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GitHub Aims to Make Open Source Code Apocalypse-Proof in Arctic Vault

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OSS

One of the big risks with this plan is that code depends on a whole software stack: hardware, assembly language, and a certain form of electricity. The chips that code runs on are really incredibly complex, noted Skymind's Nicholson.

"You would need all that underlying infrastructure to run the code GitHub stores. I hope GitHub will also include some model hardware in its vault. It would be too much to ask to include a fab," he said.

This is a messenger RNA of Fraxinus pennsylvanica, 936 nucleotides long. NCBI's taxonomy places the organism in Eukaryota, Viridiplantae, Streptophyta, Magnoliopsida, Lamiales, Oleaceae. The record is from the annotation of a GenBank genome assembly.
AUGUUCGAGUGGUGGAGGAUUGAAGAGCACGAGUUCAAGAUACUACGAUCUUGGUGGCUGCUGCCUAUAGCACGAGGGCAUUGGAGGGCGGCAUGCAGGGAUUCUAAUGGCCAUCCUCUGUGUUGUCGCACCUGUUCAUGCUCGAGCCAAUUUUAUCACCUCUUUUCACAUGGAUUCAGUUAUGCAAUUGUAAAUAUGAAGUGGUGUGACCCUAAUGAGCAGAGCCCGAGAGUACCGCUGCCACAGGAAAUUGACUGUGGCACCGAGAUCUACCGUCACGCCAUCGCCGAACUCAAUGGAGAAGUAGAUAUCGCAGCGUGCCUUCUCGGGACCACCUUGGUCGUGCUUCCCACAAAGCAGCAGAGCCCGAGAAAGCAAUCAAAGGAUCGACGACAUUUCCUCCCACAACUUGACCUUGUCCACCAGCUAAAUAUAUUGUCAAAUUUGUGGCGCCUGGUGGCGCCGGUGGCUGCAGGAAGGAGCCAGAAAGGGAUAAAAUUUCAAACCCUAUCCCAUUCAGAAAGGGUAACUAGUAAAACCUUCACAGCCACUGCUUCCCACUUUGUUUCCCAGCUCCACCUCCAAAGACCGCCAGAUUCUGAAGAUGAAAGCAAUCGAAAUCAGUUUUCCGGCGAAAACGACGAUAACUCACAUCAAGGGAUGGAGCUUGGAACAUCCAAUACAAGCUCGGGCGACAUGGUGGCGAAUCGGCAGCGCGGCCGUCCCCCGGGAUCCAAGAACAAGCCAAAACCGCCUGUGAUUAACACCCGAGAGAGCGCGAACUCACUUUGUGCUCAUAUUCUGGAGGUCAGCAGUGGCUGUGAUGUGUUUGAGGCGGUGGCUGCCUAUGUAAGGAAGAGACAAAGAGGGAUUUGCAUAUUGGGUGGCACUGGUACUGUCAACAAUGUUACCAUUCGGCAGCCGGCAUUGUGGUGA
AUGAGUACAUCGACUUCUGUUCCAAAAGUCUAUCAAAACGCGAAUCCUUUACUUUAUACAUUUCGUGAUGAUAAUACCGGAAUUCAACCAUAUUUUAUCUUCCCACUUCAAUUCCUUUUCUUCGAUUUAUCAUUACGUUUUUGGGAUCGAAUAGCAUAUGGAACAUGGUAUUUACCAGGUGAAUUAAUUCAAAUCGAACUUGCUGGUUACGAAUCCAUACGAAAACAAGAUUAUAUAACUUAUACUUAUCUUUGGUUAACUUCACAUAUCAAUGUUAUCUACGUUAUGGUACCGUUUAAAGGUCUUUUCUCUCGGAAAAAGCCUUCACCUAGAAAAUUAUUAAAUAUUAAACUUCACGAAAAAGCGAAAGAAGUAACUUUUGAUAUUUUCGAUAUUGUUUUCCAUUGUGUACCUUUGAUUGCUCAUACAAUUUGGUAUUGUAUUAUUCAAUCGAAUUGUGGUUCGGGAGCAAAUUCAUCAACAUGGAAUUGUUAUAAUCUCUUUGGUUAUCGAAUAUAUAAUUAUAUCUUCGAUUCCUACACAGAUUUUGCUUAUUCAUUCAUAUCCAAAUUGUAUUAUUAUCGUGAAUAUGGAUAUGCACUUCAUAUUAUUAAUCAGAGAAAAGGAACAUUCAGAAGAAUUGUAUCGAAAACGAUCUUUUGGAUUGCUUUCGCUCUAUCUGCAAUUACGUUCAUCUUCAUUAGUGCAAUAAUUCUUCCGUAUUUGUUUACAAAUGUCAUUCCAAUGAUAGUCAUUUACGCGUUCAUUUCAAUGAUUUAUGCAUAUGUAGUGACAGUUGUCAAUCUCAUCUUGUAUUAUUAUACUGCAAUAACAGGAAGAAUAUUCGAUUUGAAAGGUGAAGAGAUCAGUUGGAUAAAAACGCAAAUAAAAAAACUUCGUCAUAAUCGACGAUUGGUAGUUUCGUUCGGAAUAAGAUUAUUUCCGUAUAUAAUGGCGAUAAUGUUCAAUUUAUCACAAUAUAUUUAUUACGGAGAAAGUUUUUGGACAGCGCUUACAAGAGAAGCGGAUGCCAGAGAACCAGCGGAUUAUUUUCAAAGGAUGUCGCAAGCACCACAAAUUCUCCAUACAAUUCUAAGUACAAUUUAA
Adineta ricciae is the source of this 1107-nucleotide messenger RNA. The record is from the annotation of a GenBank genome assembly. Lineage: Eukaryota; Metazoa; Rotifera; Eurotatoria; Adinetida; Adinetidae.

For technology's survival, open source stands out for two reasons:

First, you can increase the positive feedback loops between the people who write code and those who use it. That leads to much better code quality compared to closed-source projects with limited users looking over the source.

"The importance of that cannot be understated," said Nicholson.

Second, open source code minimizes legal risk. That is also extremely important, he added, noting that some great closed-source code probably should go into the vault.

"But why risk a lawsuit?" Nicholson reasoned. "Open source code really is moving society forward in a lot of ways, based on the work of a few dedicated teams and a relatively small number of core committers."

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